• Lightly oil your cookie sheet with sunflower or safflower oil.  Pour the mix onto a cookie sheet in a single layer, meaning that there are not veggies stacked on top of one another, and place in oven for 35 minutes, turning once 15 minutes in

          Once this is in the oven for 15 minutes, it's time to make the pan-fried zucchini!  Don't do it too early, or it will get soggy.
          • Start a pan warming up to medium high heat
          • Add 1 Tbsp of sunflower or safflower oil to the pan -- make sure it doesn't smoke as this means the pan is way too hot.
          • In a small, flat mixing bowl, pour in whole wheat (not enriched!) flour about an 1/8th of an inch deep
          • Add 1/2 tsp of cracked black pepper, and any savory dried herbs like oregano, basil, rosemary and thyme -- you can use an Italian or herbs de provence mix.  The herbs should be about 1 tsp worth.  Mix it until the flour and herbs are a uniform consistency.
          • Cut a single zucchini into long, flat sections.  If the skin is at all tough, peel it first.
          • Run each piece of zucchini under water for a moment so it is moist, no need for egg-- then dip it in the flour/herb mix so it has a thin coating of the flour/herb mix
          • Place the zucchini in the hot oiled frying pan and let them cook until the bottom is browned.  You want the flour to be completely cooked.
          • Once done, place the pieces on a paper towel, resting on a plate to absorb excess oil.  If the timing is right, the root veggies in the oven should be ready to come out shortly.
          Lastly, time to make some ketchup-like tomato dip.  This is optional because the other stuff is already super tasty.  I like it because it gives the meal more color and flexibility.
          • In a small bowl, add 1/2 Cup of crushed canned tomatoes -- make sure it's 100% tomato and nothing else
          • Add a pinch of allspice, clove, coriander, plus an even smaller pinch of something spicy like cayenne or dried hot peppers -- if you have a garlic powder you trust, add a pinch of that as well.
          • Add 1/2 tsp of coarse sea salt
          • Add 1 tsp of sugar, or honey  (you may want more depending on your taste, but mix first and let it sit before adding more -- too much sweet is no good)
          • Mix thoroughly and either serve cold, or heat the mixture and serve hot
          The last element is putting a nice bed of fresh raw greens on the side.  I recommend arugula, mustard, butter lettuce, cress, and turnip greens.   I'll make a note in a later potlicker on how to make your own "greens bed" in the back yard.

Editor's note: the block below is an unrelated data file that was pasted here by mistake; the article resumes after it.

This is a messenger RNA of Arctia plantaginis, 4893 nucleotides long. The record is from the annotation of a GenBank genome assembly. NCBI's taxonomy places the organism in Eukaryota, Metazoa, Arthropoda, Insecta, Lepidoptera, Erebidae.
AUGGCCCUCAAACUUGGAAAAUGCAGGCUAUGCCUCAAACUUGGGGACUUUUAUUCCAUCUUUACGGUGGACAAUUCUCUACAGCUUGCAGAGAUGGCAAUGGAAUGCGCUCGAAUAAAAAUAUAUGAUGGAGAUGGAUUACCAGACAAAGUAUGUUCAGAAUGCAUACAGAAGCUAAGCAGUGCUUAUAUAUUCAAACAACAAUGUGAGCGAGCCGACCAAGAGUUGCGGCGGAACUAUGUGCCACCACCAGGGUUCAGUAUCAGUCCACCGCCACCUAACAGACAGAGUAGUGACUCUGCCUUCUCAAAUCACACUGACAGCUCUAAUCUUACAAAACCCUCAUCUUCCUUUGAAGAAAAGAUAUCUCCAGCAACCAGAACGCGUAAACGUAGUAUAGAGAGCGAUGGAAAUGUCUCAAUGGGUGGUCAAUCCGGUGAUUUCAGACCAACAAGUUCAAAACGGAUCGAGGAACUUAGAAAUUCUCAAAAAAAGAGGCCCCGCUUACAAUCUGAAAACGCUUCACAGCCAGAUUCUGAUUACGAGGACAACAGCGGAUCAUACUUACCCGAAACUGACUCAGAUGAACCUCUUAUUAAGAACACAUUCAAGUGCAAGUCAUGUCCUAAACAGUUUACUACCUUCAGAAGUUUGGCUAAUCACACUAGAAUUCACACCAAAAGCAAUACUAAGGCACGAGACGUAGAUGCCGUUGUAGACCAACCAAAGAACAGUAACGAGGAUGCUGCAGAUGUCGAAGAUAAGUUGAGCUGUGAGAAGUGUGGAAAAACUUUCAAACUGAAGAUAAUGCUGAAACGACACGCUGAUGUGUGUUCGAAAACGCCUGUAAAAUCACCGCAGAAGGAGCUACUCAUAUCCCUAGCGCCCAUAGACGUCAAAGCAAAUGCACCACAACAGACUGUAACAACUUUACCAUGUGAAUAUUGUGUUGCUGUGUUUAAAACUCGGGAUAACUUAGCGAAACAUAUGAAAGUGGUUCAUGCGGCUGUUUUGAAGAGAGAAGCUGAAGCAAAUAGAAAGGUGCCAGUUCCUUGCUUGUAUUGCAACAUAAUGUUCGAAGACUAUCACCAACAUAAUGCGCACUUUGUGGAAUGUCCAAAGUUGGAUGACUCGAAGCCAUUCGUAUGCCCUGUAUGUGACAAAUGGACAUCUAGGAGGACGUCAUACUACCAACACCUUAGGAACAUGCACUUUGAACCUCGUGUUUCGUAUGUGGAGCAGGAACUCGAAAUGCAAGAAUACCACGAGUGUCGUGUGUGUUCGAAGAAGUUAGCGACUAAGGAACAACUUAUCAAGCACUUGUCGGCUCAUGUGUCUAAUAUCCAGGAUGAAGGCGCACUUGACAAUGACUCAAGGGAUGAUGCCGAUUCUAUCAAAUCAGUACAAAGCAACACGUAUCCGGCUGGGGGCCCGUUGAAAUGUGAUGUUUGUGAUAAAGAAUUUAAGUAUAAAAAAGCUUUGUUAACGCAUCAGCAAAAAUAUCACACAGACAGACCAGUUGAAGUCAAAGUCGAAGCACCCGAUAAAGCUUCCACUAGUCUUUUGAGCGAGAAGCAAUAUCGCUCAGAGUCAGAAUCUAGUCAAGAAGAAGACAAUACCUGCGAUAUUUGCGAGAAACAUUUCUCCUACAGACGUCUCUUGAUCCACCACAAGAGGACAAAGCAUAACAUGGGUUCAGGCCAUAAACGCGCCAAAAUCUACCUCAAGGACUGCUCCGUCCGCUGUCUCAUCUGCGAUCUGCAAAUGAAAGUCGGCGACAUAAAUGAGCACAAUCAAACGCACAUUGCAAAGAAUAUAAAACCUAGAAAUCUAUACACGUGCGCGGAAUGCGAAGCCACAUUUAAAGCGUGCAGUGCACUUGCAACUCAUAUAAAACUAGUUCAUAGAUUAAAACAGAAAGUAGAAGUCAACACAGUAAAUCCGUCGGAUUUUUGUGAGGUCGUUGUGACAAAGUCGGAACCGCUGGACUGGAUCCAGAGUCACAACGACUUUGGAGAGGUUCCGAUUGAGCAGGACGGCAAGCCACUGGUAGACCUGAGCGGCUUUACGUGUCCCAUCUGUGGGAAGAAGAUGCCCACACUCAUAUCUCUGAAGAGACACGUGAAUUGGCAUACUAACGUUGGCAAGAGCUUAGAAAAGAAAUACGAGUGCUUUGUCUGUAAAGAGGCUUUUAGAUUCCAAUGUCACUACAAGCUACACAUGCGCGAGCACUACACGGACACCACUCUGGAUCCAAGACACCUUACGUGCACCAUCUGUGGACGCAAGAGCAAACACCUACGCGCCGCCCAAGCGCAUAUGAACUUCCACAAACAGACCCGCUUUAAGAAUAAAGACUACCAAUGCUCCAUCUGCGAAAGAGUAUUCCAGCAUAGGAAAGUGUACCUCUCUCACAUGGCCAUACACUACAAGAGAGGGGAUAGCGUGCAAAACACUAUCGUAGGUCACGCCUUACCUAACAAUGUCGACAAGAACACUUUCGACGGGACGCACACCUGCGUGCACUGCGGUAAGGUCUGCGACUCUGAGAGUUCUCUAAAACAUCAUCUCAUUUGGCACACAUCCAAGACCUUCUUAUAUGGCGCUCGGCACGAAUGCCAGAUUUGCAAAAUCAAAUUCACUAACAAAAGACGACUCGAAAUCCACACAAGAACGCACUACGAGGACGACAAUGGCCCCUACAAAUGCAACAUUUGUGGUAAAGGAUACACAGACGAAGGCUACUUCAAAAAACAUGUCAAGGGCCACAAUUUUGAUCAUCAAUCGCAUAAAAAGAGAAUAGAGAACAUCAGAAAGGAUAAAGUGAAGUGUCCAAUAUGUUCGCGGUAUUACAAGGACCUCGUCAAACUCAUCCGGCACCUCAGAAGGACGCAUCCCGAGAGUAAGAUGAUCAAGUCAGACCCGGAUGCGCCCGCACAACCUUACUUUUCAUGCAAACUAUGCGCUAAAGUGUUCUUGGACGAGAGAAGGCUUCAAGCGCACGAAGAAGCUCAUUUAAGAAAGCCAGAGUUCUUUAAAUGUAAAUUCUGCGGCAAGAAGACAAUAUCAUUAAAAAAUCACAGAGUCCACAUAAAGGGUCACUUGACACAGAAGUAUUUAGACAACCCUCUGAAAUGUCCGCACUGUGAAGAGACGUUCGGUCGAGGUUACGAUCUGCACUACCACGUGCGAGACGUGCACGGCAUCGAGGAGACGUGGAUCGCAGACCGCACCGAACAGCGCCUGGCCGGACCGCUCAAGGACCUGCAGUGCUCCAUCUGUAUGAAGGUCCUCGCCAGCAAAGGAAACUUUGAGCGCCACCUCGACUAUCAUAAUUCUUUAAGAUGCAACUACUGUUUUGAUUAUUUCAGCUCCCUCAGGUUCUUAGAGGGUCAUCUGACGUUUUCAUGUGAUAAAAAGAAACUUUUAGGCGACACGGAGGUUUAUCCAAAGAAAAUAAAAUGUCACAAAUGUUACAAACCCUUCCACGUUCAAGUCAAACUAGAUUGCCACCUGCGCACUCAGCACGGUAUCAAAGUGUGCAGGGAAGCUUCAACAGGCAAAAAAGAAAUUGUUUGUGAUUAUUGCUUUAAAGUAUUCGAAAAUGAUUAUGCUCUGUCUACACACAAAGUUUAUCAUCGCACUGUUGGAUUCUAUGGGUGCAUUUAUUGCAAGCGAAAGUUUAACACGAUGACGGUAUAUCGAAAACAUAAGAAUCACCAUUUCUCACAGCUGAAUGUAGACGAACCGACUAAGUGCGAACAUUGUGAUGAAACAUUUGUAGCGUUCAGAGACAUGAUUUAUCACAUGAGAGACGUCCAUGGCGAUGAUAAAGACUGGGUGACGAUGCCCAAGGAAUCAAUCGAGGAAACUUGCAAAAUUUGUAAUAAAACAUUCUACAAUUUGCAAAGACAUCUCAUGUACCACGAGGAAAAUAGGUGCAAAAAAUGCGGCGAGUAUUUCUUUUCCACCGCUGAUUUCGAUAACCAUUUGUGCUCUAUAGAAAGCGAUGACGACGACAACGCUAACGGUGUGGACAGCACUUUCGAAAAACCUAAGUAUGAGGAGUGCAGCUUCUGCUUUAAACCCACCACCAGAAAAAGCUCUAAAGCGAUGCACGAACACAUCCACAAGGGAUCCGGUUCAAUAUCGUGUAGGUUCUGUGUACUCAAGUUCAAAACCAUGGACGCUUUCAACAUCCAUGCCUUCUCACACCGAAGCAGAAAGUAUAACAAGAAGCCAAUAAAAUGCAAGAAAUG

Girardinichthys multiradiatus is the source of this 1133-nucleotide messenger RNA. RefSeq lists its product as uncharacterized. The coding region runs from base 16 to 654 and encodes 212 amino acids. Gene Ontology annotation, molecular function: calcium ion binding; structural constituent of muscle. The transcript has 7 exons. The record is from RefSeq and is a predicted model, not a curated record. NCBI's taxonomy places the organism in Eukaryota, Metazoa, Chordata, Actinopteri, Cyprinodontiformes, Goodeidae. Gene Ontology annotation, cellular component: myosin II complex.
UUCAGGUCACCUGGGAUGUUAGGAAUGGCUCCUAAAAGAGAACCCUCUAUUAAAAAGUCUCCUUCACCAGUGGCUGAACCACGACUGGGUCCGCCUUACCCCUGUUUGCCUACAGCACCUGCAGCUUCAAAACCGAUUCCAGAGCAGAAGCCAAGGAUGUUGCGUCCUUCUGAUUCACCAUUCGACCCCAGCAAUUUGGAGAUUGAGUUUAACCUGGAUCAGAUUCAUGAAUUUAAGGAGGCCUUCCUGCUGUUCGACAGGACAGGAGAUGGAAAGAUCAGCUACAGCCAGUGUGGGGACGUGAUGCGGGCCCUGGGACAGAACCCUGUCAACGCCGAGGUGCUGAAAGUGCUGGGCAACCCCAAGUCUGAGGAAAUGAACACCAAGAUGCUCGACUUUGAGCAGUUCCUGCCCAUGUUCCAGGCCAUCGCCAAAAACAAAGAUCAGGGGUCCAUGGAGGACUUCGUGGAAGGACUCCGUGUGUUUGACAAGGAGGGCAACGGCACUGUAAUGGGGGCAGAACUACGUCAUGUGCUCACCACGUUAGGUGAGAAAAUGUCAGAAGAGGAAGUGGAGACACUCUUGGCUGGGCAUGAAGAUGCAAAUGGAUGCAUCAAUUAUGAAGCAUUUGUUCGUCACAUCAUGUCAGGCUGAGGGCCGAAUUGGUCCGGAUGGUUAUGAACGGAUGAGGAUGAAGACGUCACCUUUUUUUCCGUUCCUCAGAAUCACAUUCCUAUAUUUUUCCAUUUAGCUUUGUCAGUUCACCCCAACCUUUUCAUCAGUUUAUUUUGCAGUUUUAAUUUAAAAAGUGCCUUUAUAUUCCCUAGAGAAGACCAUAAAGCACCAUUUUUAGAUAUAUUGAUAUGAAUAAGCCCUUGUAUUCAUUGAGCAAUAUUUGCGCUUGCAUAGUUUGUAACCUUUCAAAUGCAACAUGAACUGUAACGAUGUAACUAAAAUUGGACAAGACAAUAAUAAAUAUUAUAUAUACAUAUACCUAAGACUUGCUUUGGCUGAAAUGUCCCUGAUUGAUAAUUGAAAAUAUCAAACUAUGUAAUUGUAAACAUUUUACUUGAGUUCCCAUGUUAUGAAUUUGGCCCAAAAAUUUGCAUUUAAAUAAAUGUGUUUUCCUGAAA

So, once it's all done, plate it up and serve to whomever you want to be impressed with your mad cooking skills.


          My favorite chocolate cake (which happens to be vegan)

          I really dislike it when people turn their nose up immediately at something without knowing the thing.  It is far healthier to have some level of curiosity.  It seems that vegan things get the poking it with a stick treatment.  I don't get it.  There are some things labeled vegan that I think are quite unhealthy but not more unhealthy than a lot of heavily processed things.  If the thing you buy comes from a factory and is FORMED into a shape, that is something to beware no matter what the label states for the chosen diets of many.  But homemade with simple ingredients and called vegan it is hard to go wrong for anyone.

          Vegan for those who've missed out is anything that does not contain, use or is adulterated with any animal products.  This can mean something that may not injure the animal but just requires the animal to create it.  So honey is a common one I see being put into things and being called vegan by those who don't know that this is included in the "rule book."

          So on with it.  I am a chocolate snob.  I really dislike milk chocolate.  To me it tastes like a trailer park, skittles and milk scalded and formed in brown shapes.  It is a sweet I'm not into.  Dark chocolate on the other hand sends me.  I have never read a romance novel but I imagine it is something like that but with maybe more steamy sex scenes.  Well,  I love chocolate cake but so often they just end up hurting my teeth.  My mother was a fiend for Duncan Hines devil's food cake.  Which she made almost weekly for a good 6 years at one point.  I had never had a cavity and she has had full teeth replacement before 40.  Maybe it was the Duncan Hines maybe not.   For as fat as I was... I could never eat much of that crap.